According to Massmart’s 2009 annual report, its sales mix was 53% food and liquor, 34% general merchandise and 13% home improvement, while the company’s Game variety store brand was acknowledged as being the closest comparative to a US-based Wal-Mart store, which together made Massmart Wal-Mart’s first choice.
As part of its 2013 Vision for Growth strategy, Massmart said that it was looking to improve six parts of its business, with a number of these likely to have chimed with Wal-Mart’s global strategy. Firstly, under the heading of SMART trading, Massmart said that it was looking to build brands in food retailing, manage stock shortages in general merchandise and home improvement and reduce overall stock levels in food.
Secondly, Massmart set out initiatives to improve its supply chain, long a strength of Wal-Mart’s, thirdly, to boost private label sales, and, finally, to increase the breadth of its range of clothing and pharmaceuticals.
Together these strategies either echo what Wal-Mart is doing in a number of its markets globally, either as part of its push to convert its mass merchandisers into hypermarkets in Canada and the US or as part of its attempts to improve margins and grow profits globally, or play to the company’s long-held strengths. As such, Wal-Mart is likely to be envisaging a number of quick wins that it can bring to Massmart if the acquisition goes through.
Wal-Mart’s buying power, as the world’s largest retailer by sales, is unparalleled and so the company can boost Massmart’s ability to buy products more cheaply and, thus, drive down prices in the market across a wide range of goods. In addition, through what it has learnt in converting its own stores towards a more food-oriented product mix, Wal-Mart will be able to help Massmart through this process. Long term, these two items are likely to help drive footfall and, in turn, sales growth in the country.
Where does this leave Massmart’s competitors?
With a Wal-Mart-owned Massmart likely to push further into stocking grocery products, this will put pressure on South Africa’s leading grocery retailers, Shoprite Holdings Ltd, Pick ‘n Pay and Spar Group Ltd, which together account for nearly a 57% value share of grocery retailing in the country. First of all, the companies will have to learn to increasingly compete on price, which will mean looking closely at where costs could be stripped out of their business models or supply chains, and then about how they can improve the shopping experience they offer consumers.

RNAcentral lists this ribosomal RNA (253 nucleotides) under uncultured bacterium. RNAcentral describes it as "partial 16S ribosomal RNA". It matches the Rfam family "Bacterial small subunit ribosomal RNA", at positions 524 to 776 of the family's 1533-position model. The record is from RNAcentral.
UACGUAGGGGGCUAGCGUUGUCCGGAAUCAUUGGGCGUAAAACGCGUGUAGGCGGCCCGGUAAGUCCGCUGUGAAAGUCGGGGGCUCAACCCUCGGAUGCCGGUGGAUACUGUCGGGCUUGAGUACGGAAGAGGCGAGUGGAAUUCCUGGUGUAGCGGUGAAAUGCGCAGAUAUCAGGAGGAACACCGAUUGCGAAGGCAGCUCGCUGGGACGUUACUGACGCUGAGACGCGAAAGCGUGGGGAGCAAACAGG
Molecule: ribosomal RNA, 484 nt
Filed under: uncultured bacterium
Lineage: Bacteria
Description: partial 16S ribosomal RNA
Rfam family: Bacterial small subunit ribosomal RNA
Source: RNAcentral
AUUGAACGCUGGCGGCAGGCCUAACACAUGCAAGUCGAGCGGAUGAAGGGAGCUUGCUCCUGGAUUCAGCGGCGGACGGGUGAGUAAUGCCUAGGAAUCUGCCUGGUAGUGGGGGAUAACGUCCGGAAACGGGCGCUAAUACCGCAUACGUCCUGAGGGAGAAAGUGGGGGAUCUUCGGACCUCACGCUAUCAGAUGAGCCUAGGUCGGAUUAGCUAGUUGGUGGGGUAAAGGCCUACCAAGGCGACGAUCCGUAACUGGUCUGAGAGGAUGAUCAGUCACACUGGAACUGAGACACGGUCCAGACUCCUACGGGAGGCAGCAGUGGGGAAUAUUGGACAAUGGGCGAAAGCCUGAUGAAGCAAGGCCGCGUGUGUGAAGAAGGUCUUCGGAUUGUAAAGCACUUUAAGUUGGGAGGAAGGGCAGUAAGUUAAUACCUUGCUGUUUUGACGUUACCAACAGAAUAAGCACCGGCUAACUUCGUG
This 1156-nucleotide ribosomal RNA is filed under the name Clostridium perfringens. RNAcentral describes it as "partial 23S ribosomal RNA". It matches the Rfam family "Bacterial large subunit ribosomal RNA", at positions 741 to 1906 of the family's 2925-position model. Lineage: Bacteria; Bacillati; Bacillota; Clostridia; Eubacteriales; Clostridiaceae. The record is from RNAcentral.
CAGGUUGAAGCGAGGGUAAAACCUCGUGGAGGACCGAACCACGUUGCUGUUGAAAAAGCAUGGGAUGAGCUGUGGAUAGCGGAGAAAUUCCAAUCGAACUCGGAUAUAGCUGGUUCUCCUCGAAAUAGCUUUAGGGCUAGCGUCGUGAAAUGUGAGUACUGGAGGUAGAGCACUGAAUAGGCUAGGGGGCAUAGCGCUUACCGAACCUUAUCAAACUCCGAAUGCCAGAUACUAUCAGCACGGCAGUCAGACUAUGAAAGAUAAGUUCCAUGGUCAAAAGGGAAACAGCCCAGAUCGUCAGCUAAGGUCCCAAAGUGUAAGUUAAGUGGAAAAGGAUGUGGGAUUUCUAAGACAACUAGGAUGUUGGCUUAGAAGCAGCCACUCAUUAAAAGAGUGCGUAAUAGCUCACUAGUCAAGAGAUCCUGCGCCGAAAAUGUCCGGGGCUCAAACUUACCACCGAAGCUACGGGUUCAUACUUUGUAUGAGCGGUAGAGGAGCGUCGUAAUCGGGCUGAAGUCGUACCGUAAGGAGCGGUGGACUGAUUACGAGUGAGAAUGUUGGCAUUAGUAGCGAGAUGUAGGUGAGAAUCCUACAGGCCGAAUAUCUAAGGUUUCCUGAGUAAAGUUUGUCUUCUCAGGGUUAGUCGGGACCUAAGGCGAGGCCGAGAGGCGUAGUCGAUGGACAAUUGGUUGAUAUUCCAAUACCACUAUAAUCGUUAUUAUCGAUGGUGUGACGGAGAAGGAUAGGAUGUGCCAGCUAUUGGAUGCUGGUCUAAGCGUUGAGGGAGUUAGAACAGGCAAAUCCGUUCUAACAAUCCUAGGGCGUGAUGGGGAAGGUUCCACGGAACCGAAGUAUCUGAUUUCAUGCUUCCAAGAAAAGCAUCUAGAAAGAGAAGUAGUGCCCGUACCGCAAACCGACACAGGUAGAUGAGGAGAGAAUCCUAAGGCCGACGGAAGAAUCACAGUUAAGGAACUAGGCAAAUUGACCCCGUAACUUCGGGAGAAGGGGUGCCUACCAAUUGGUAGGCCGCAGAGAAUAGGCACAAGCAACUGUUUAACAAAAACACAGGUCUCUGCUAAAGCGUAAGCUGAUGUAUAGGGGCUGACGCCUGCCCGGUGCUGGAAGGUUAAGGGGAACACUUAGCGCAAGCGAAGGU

In the US Wal-Mart has come under pressure in the past as consumers move up the spending scale, choosing to shop in a nicer retail environment or where they feel the product quality is better, such as Target and Whole Foods Market. Meanwhile, in the UK, Tesco and others have been able to compete against Asda despite the support Wal-Mart has given it, by concentrating on quality and expanding their store bases to be present in areas where Asda is not.
However, it is clear that other South African-based grocery retailers will have to up their game in order to compete over the medium to longer term.
Wal-Mart will have work to do, but could reap the rewards in the longer term
South Africa, alongside markets like Brazil, China and Mexico, will provide Wal-Mart with long-term sales growth that it is unlikely to see in its home market. However, the company will have to work hard to improve Massmart’s margins, which at 18.1% are below Wal-Mart’s 24%. Given that a Wal-Mart-owned Massmart is hoping that a push into grocery products, with its low margins, will help drive sales, it is going to be hard to close the gap between its US- and South African-based operations, especially if a price war breaks out among grocery retailers.
Despite this issue, however, Wal-Mart is likely to provide strong competition for existing retailers in South Africa and, if the purchase goes through, will have first mover advantage on its global competitors if they decide to follow suit. As such, the move seems sensible and in line with its existing global strategy, and will only extend the company’s lead at the top of the global rankings.